Job Search Rut
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How to Get Out of a Job Search Rut

When your job search drags out, you may lose steam and be tempted to give up. That’s when you need to try a few new networking tactics and put some healthy boundaries around your search.

By Christie Mims

You wake up tired. You go to bed tired and feel frustrated all the time. You need a new job, but are you going about the search in the right way? What can you do to make the most of your job-searching time and, more important, keep you stress-free? Here are some ideas to help get you back into the game.

Network—with cocktails! Networking can seem overwhelming and draining all at the same time. Many job seekers dread it, thinking, “I have to go make small talk with people I don’t know again? And ask them about work?”

If you have ever had that thought, take a moment to reframe how you think about networking. Instead of viewing it as a chore, put yourself in a situation that you actually enjoy. Brainstorm job ideas with friends over dinner, join a new meet-up that is fun or relevant to your job interests, or attend a charity happy hour or nonprofit event that sounds meaningful to you. It can be hard to push yourself out of your comfort zone, but engaging with people and doing something new can often give you a great idea or contact in your job search process.

Use the right ask. Instead of telling people you meet that you are job searching, tell them specifically what type of job you are looking for and in what field. “I need a new job” is very different from “I am looking for a new job as an HR manager in a small association. I would love to work somewhere that I can help shape. Do you know of anyone hiring?” The detail of your ask paints a picture to your network—they can then see who they should connect you with and help accordingly, versus blindly trying to introduce you to people. Being specific will help make your job search time much shorter and keep you from falling into a rut.


It can be hard to push yourself out of your comfort zone, but engaging with people and doing something new can often give you a great idea or contact in your job search process.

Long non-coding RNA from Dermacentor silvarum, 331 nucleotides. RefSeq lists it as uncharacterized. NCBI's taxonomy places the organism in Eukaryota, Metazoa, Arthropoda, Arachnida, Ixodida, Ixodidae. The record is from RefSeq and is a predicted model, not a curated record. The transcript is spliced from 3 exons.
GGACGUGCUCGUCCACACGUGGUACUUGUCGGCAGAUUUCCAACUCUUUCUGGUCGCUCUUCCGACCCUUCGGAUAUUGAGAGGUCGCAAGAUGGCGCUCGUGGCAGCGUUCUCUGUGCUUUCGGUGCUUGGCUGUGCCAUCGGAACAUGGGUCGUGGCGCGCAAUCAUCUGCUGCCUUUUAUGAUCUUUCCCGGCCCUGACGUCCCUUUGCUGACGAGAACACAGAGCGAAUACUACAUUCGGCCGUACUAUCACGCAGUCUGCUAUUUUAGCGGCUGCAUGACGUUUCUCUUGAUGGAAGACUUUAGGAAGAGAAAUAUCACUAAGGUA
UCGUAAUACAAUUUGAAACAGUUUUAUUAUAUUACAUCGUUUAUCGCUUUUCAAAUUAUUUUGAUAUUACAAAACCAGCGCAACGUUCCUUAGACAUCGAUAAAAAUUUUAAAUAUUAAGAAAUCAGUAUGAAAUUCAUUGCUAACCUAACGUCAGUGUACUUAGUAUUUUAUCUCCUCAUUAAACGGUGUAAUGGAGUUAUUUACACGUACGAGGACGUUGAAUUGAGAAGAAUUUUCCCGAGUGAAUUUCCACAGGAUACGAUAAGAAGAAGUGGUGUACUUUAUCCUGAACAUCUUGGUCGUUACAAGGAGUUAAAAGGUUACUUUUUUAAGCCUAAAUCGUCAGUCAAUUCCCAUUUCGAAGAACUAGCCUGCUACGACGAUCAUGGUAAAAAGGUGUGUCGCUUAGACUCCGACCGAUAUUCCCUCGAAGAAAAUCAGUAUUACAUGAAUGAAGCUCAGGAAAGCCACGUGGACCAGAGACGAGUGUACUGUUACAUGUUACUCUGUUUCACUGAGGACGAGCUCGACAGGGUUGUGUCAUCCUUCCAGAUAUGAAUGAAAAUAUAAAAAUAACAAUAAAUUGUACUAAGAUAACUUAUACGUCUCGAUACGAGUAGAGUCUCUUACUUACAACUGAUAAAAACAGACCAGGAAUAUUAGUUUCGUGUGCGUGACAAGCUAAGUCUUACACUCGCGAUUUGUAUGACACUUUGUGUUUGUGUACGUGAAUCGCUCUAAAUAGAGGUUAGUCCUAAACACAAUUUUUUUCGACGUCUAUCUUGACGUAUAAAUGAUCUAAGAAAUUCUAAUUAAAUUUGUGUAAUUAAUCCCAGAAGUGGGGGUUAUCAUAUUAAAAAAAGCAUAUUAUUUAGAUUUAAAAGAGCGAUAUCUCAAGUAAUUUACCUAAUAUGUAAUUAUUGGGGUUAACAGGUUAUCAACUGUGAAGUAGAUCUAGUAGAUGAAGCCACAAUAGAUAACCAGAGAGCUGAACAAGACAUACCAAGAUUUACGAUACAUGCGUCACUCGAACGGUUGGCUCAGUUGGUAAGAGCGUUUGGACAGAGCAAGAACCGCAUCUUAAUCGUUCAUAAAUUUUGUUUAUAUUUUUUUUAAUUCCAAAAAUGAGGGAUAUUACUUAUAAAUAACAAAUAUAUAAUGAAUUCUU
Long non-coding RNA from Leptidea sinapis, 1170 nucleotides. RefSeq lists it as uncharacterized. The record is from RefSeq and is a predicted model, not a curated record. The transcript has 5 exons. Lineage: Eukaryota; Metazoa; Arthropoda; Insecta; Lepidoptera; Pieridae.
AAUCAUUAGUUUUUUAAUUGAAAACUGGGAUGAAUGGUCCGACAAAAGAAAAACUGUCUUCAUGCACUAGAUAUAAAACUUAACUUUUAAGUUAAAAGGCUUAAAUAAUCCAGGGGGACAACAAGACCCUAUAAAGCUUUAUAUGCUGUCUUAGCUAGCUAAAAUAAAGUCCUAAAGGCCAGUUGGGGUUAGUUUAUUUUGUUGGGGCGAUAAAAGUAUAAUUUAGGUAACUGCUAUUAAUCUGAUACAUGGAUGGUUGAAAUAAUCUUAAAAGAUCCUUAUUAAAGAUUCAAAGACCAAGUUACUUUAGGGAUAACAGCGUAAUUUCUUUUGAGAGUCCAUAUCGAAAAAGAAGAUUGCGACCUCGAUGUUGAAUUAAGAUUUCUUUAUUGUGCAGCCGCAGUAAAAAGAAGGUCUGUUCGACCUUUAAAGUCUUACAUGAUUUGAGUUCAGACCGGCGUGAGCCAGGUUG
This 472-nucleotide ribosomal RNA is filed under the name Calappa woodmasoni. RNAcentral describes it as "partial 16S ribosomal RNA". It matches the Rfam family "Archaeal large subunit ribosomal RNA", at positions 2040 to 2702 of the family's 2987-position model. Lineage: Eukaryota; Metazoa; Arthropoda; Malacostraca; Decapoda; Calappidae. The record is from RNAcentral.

Stop writing cover letters. Many of my clients focused on crafting the perfect cover letter to go with their resume. They spent hours writing, rewriting, and stressing out over getting it right. Once all the writing was done, they sent out their letter and resume to associations and other groups without ever making a personal connection. What happened?

Well, after all of their painstaking work, they did not land a single interview. It was depressing. So if you have a choice, spend your time networking and connecting with people rather than at home writing the perfect cover letter. The truth is, most hiring managers won’t even read it. So save yourself some stress and go out and enjoy that glass of wine at a networking event.

Establish some boundaries. The job search can consume you at times. If it goes on for a while, you can burn out and lose faith. So, if you find yourself feeling hopeless, try to create some boundaries. Focus your job search to certain blocks of time or days of the week, and always allow yourself a few hours to relax and de-stress. This may seem counterintuitive, but if you burn out or lose hope, your job search time expands, rather than contracts.

You are not alone in this, and you can do it. Good luck!

Christie Mims is a career coach who focuses on helping people find their passion in work. Email: [email protected]

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